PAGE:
292Shedinja.png The contents of this section have been suggested to be split into Battle status.
Please discuss it on the talk page for this section.

A volatile battle status is usually self-inflicted and will wear off when a Pokémon is taken out of battle or a battle is over. Many of these will also wear off after a number of turns pass. Since they aren't shown in battle as a status condition (having an icon) a Pokémon can be affected with multiple volatile battle statuses, volatile conditions and a non-volatile condition at the same time.

Aqua Ring

Swanna enveloped in a veil of water

When a Pokémon surrounds itself with a veil of water by using Aqua Ring, it restores 1/16th of its maximum HP every turn. This effect can be transferred by Baton Pass.

Bracing

Heracross bracing itself

When a Pokémon uses Endure, it braces itself so that whenever it takes damage that turn it will always survive with at least 1HP. The Focus Sash, Focus Band, and Ability Sturdy all have similar effects.

Charging turn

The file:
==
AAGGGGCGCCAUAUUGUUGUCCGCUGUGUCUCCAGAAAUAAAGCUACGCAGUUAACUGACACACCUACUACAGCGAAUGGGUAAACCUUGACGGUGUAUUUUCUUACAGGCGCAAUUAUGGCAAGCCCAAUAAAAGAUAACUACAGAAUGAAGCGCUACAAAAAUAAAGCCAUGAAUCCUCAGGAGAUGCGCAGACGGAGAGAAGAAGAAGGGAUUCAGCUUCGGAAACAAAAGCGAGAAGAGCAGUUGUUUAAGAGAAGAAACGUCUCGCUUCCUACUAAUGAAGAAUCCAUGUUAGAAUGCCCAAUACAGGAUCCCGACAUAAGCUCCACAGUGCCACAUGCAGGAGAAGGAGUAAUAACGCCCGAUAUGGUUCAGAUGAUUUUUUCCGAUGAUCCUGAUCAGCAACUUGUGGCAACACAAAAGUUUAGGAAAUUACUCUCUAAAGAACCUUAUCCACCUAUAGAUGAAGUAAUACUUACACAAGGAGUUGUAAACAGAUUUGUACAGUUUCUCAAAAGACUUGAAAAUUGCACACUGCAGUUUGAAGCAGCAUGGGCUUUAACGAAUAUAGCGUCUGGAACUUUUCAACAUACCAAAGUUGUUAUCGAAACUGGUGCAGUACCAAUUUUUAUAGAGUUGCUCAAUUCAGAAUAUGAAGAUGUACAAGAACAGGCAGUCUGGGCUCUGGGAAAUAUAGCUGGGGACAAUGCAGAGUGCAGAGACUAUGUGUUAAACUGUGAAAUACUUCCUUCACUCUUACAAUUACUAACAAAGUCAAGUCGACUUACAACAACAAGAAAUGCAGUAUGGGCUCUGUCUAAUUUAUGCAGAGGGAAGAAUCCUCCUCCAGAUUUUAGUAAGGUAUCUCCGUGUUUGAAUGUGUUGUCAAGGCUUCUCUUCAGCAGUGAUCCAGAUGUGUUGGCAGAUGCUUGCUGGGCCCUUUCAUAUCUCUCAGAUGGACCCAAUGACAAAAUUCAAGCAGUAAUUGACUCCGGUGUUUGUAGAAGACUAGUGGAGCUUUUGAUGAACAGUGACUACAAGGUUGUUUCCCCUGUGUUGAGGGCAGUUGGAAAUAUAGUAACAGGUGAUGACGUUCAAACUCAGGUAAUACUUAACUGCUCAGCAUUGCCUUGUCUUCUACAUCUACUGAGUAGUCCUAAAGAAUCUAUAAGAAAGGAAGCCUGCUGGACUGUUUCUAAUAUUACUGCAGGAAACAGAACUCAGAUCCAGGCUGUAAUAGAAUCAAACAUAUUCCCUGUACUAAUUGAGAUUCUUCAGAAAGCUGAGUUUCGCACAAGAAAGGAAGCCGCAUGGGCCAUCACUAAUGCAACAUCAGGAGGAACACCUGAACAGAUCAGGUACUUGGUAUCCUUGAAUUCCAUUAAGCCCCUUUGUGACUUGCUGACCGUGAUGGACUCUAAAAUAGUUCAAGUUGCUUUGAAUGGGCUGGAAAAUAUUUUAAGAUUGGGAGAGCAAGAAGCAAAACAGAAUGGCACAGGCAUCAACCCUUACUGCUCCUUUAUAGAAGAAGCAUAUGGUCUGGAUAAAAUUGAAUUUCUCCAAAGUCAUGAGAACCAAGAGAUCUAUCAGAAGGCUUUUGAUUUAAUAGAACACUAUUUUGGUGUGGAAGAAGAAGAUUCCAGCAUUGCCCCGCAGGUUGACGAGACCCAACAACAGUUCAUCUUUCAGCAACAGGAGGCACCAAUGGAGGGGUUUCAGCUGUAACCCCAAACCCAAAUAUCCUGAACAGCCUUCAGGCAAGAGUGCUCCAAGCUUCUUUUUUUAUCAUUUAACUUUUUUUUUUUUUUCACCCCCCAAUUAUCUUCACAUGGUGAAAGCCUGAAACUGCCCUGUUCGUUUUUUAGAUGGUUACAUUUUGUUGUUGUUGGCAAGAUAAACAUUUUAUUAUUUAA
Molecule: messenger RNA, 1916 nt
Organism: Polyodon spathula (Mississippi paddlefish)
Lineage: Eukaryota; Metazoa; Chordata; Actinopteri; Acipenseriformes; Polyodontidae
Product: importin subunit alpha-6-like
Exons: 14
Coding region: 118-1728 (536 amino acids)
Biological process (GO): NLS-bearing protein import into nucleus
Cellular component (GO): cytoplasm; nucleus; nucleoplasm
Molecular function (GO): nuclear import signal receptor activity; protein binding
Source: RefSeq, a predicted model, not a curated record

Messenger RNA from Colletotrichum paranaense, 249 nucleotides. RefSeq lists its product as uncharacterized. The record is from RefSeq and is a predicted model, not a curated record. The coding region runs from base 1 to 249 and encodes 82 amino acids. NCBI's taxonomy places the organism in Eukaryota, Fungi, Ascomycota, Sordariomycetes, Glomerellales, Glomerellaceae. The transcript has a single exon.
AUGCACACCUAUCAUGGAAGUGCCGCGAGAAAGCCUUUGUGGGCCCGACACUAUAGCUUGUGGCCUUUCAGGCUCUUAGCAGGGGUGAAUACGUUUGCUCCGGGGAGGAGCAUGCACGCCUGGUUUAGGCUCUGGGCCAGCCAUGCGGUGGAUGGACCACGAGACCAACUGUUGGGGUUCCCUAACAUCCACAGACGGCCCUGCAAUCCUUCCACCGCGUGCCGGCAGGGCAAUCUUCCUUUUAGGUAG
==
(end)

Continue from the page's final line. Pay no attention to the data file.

Several two-turn moves have a turn where a Pokémon cannot act. The charging can be skipped with a Power Herb, or in the case of Solar Beam and Solar Blade, the presence of harsh sunlight.

Pokémon that are readying Sky Attack become cloaked in light.

Pokémon that are readying Solar Beam or Solar Blade take in sunlight.

Pokémon that are readying Razor Wind whip up a whirlwind.

Moves

A Pokémon can be charging when using any of the following moves.

Move Type Category Power Accuracy Notes
Bounce Flying Physical 85 85% User becomes semi-invulnerable. 30% chance of paralyzing the target
Dig Ground Physical 80 100% User becomes semi-invulnerable
Dive Water Physical 80 100% User becomes semi-invulnerable
Fly Flying Physical 90 95% User becomes semi-invulnerable
Freeze Shock Ice Physical 140 90% 30% chance of paralyzing the target
Geomancy Fairy Status —% Raises the user's Special Attack, Special Defense, and Speed by two stages
Ice Burn Ice Special 140 90% 30% chance of burning the target
Meteor Beam Rock Special 120 90% Raises the user's Special Attack by one level on the first turn
Phantom Force Ghost Physical 90 100% User becomes semi-invulnerable
Razor Wind Normal Special 80 100% Has an increased critical hit ratio*
Shadow Force Ghost Physical 120 100% User becomes semi-invulnerable
Skull Bash Normal Physical 130 100% Raises the user's Defense by one level on the first turn*
Sky Attack Flying Physical 140 90% Has an increased critical hit ratio*
Has a 30% chance of causing the target to flinch*
Sky Drop Flying Physical 60 100% User and target become semi-invulnerable